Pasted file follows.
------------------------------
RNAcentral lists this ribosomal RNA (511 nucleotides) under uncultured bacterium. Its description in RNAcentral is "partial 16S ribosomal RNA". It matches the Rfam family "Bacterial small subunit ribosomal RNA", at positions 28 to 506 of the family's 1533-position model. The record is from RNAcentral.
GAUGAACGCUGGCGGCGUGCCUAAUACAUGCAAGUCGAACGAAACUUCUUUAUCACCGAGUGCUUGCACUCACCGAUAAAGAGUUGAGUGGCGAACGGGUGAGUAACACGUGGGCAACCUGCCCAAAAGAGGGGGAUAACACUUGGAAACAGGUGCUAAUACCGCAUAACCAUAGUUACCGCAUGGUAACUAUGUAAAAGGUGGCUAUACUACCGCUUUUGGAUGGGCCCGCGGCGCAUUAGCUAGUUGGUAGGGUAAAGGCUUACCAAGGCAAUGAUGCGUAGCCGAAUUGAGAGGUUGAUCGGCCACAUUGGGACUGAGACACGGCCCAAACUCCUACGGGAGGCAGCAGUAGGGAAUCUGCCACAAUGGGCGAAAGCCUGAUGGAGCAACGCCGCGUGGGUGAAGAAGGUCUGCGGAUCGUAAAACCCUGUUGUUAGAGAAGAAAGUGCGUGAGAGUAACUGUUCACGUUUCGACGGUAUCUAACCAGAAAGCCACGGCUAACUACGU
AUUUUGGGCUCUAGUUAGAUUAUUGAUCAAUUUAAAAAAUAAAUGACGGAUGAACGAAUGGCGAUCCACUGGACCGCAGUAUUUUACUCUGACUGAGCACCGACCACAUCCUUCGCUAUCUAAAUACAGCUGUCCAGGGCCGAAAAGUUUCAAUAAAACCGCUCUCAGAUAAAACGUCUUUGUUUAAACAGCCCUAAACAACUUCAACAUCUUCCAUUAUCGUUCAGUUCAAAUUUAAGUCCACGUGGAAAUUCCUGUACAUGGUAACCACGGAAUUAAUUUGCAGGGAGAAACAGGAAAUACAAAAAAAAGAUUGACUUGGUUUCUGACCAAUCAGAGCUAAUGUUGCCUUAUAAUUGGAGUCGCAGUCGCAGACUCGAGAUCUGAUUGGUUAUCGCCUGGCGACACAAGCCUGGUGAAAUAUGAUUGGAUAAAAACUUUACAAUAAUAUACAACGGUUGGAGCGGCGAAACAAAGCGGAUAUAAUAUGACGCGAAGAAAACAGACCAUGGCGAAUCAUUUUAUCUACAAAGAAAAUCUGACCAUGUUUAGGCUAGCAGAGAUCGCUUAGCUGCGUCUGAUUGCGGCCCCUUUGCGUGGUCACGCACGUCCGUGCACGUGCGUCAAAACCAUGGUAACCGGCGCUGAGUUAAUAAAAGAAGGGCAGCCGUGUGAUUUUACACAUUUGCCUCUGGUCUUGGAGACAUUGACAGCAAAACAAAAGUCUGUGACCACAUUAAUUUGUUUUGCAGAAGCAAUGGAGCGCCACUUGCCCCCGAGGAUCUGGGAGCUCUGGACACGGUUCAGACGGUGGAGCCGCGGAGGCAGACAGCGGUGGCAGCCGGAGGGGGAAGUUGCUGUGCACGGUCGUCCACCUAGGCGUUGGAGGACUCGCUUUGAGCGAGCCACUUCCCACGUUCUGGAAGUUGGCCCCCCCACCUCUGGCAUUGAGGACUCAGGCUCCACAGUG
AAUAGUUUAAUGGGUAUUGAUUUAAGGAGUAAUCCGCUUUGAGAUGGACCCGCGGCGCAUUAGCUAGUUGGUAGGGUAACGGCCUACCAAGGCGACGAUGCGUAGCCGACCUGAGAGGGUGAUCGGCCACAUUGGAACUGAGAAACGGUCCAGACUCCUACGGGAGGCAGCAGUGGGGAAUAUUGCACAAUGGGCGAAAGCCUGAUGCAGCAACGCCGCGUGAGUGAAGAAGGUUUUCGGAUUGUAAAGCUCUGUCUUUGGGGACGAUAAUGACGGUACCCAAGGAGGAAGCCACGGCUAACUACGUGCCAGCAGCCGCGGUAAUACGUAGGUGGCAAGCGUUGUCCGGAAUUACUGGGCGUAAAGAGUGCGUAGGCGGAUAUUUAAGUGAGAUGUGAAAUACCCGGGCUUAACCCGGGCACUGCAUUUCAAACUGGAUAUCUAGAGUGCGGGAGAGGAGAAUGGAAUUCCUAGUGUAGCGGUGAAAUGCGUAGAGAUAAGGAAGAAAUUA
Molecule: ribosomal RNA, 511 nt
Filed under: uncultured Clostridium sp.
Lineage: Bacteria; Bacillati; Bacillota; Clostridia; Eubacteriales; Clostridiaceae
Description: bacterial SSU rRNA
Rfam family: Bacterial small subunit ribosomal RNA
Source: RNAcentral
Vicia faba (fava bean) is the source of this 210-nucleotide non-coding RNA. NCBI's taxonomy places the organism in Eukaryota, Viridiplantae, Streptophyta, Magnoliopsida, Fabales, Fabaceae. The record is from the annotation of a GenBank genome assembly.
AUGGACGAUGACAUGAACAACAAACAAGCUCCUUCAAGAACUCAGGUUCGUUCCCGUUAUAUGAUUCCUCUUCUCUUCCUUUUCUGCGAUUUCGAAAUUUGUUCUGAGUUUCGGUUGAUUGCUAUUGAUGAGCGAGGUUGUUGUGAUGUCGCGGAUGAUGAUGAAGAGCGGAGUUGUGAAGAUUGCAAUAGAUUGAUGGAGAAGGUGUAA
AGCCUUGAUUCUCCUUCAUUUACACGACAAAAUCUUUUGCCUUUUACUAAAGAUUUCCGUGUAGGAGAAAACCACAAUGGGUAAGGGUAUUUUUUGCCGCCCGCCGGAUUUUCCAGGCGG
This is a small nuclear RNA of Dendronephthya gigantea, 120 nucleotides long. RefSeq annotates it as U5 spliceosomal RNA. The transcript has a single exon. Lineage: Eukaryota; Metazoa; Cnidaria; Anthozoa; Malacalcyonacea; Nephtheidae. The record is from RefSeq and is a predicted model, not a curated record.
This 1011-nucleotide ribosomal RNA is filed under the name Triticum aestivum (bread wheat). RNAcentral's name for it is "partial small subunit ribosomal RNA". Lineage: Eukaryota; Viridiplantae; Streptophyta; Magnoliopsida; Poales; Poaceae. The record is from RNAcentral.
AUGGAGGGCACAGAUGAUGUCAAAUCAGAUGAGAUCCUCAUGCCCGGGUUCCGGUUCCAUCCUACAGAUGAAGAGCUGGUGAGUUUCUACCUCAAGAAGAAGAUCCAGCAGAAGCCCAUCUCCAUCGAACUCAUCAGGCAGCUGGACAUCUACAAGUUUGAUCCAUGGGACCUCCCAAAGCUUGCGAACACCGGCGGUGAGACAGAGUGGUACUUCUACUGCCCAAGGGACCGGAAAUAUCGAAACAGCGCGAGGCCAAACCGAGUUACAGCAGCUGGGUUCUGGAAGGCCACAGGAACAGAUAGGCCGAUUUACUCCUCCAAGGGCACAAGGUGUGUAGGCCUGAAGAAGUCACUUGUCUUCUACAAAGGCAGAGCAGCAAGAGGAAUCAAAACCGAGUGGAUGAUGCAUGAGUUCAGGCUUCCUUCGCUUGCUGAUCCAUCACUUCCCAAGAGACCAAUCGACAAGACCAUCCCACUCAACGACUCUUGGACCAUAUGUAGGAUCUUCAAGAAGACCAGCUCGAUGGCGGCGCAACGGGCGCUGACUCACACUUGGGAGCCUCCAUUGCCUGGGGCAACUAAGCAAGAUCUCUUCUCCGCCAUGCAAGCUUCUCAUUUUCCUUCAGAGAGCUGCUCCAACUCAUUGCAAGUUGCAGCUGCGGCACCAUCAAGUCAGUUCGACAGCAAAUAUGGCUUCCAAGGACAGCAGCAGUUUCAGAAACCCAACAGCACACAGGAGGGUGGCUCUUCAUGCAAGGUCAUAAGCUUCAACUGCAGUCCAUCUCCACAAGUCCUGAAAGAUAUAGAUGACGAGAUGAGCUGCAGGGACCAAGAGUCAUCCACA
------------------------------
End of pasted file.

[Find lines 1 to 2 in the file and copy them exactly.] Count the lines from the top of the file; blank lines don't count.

RNAcentral lists this ribosomal RNA (511 nucleotides) under uncultured bacterium. Its description in RNAcentral is "partial 16S ribosomal RNA". It matches the Rfam family "Bacterial small subunit ribosomal RNA", at positions 28 to 506 of the family's 1533-position model. The record is from RNAcentral.
GAUGAACGCUGGCGGCGUGCCUAAUACAUGCAAGUCGAACGAAACUUCUUUAUCACCGAGUGCUUGCACUCACCGAUAAAGAGUUGAGUGGCGAACGGGUGAGUAACACGUGGGCAACCUGCCCAAAAGAGGGGGAUAACACUUGGAAACAGGUGCUAAUACCGCAUAACCAUAGUUACCGCAUGGUAACUAUGUAAAAGGUGGCUAUACUACCGCUUUUGGAUGGGCCCGCGGCGCAUUAGCUAGUUGGUAGGGUAAAGGCUUACCAAGGCAAUGAUGCGUAGCCGAAUUGAGAGGUUGAUCGGCCACAUUGGGACUGAGACACGGCCCAAACUCCUACGGGAGGCAGCAGUAGGGAAUCUGCCACAAUGGGCGAAAGCCUGAUGGAGCAACGCCGCGUGGGUGAAGAAGGUCUGCGGAUCGUAAAACCCUGUUGUUAGAGAAGAAAGUGCGUGAGAGUAACUGUUCACGUUUCGACGGUAUCUAACCAGAAAGCCACGGCUAACUACGU